47. Modeler

47.1. Introduction

The modeler allows to create complex models using a simple and easy-to-use interface. When working with a GIS, most analysis operations are not isolated, but part of a chain of operations instead. Using the graphical modeler, that chain of processes can be wrapped into a single process, so it is easier and more convenient to execute than a single process later on a different set on inputs. No matter how many steps and different algorithms it involves, a model is executed as a single algorithm, thus saving time and effort, specially for larger models.

It is available from “Tools/Geoprocessing/Modeler” and from “Models/Tools/Create new model”.

The interface is:

  1. Working canvas where the structure of the model and the workflow it represents are shown. On the left part of the window, a panel with two tabs can be used to add new elements to the model.

  2. Elements. Double clicking on any of them or clicking on “Add” a window with its properties willl be shown and it will be added to the canvas. Two tabs have all the available elements to be added to the model:

  • Inputs. Available elements to be added.

  • Procedures. All the available algorithms..

  1. To define the name and group of the algorithm.

  2. Modeler tools:

  • File. To create a new canvas, open an existent one and save as. The extension will be .model.

  • Edit. To edit an element of the model.

  • Remove. To remove an element of the model.

  • Use grid. To view and set a grid.

  • Zoom buttons for the view of the canvas.

Creating a model is a two-step process.

  • Definition of necessary inputs. These inputs will be added to the parameters window, so the user can set their values when executing the model. The model itself is a SEXTANTE algorithm, so the parameters window is generated automatically as it happens with all the algorithms included in the library.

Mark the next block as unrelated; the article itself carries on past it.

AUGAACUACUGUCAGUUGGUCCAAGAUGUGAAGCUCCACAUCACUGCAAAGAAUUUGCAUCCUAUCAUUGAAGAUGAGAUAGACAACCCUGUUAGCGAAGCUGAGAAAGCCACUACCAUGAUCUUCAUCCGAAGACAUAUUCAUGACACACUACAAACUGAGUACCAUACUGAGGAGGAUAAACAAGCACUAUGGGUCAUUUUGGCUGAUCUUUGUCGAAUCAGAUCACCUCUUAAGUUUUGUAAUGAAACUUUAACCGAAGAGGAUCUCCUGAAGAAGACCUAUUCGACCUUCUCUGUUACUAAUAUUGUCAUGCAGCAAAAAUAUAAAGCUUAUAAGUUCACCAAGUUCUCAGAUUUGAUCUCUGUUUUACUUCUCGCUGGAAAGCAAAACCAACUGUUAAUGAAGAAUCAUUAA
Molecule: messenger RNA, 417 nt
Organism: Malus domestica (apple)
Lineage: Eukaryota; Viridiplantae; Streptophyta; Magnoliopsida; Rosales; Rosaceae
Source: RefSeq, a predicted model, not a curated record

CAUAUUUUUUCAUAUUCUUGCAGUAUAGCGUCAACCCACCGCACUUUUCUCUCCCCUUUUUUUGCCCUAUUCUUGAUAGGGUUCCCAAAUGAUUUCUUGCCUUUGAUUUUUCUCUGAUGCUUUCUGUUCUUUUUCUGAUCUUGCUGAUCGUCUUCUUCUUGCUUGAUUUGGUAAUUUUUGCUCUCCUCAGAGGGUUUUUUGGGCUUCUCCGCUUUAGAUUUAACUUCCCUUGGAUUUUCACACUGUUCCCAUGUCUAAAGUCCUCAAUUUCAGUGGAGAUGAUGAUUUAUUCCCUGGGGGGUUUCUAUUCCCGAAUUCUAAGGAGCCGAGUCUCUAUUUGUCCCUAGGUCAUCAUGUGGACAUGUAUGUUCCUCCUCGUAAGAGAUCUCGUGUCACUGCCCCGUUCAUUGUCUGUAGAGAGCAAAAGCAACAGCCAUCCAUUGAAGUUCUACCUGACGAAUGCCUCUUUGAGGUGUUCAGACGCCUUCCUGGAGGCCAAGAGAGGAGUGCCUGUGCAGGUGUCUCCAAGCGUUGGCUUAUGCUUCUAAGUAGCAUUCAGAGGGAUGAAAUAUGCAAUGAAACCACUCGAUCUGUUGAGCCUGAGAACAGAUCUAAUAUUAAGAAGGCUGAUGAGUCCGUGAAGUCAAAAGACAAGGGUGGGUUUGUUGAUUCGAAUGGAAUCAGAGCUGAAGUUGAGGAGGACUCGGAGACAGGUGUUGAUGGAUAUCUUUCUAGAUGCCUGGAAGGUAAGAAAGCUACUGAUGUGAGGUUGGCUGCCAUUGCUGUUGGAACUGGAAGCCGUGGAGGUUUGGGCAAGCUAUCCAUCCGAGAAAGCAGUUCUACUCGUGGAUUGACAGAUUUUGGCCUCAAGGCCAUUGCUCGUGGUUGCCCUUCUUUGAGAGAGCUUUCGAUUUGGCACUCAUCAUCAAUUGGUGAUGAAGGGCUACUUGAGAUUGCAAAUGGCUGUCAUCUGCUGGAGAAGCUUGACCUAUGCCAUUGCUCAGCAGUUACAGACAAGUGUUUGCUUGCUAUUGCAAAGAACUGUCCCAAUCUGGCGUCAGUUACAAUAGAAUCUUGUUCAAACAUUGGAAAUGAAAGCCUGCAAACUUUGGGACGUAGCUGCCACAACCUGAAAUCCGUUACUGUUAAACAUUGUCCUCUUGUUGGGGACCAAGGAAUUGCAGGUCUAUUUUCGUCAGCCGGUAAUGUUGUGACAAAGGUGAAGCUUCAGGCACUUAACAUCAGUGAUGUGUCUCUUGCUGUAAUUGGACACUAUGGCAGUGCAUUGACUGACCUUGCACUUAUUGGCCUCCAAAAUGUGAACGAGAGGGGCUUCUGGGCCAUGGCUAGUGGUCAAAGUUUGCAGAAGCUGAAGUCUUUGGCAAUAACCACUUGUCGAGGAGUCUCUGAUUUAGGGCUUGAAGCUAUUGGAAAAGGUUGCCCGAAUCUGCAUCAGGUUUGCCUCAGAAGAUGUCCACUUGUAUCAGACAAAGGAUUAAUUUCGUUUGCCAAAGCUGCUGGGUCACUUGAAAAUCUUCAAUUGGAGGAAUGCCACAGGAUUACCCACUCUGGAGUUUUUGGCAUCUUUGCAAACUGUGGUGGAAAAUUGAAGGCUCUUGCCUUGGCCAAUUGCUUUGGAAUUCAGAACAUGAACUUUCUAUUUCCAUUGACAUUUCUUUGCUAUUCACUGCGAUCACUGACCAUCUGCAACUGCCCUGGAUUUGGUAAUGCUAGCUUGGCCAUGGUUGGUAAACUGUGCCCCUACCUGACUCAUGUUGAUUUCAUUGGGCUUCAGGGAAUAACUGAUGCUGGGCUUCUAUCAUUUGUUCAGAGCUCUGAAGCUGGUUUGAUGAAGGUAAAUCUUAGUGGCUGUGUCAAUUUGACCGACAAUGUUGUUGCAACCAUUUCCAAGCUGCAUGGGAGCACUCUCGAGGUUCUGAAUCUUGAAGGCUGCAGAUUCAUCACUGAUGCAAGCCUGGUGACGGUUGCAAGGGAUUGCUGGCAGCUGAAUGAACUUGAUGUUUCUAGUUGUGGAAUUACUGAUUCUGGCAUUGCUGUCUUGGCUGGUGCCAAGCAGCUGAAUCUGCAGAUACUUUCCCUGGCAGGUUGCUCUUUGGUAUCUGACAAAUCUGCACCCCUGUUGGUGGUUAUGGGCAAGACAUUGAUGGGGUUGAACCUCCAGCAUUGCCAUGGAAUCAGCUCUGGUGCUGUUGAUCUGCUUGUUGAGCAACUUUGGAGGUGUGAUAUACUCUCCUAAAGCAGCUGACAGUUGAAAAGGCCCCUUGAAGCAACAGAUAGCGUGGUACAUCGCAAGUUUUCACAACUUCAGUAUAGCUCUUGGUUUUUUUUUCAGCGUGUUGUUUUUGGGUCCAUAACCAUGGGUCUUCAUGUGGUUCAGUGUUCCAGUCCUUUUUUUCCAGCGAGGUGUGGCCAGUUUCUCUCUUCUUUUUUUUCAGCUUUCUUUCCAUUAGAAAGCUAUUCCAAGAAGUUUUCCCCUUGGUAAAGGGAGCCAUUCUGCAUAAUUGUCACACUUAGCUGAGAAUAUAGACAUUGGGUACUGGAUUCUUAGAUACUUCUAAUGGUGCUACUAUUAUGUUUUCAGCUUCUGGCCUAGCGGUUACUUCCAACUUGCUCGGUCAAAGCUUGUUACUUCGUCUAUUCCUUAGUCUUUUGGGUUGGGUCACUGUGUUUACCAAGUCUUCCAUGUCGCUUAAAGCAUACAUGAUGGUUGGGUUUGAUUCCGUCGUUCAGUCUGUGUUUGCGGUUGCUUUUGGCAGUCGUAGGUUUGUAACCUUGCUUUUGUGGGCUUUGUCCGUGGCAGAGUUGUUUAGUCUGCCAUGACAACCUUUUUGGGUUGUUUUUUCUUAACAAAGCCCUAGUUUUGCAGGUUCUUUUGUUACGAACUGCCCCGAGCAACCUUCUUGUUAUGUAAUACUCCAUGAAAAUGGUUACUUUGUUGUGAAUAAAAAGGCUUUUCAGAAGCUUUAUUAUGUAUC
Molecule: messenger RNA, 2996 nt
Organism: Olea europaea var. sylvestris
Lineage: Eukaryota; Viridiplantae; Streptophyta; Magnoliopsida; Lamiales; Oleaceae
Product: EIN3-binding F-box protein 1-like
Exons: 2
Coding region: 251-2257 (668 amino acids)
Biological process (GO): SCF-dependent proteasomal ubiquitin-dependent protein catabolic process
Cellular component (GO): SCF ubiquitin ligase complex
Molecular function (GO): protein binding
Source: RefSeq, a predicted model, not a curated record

• Definition of the workflow. Using the input data of the model, the workflow is defined adding algorithms and selecting how they use those inputs or the outputs generated by other algorithms already in the model

47.2. Definition of inputs

The first step to create a model is to define the inputs it needs. The following elements are found in the Inputs tabs on the left side of the modeler window

Double-clicking on any of them, a dialogue is shown to define its characteristics. Depending on the parameter itself, the dialogue will contain just one basic element (the description, which is what the user will see when executing the model) or more of them:

Vector layer

Raster layer

Numerical value

File or folder

Common options:

  • Description. What the user will execute as model.

  • Colour. Dropdown to select the colour for the canvas.

47.3. Definition of the workflow

Once the inputs have been defined, it is time to define the algorithms to apply on them. Algorithms can be found in the Processes tab, grouped much in the same way as they are in the toolbox.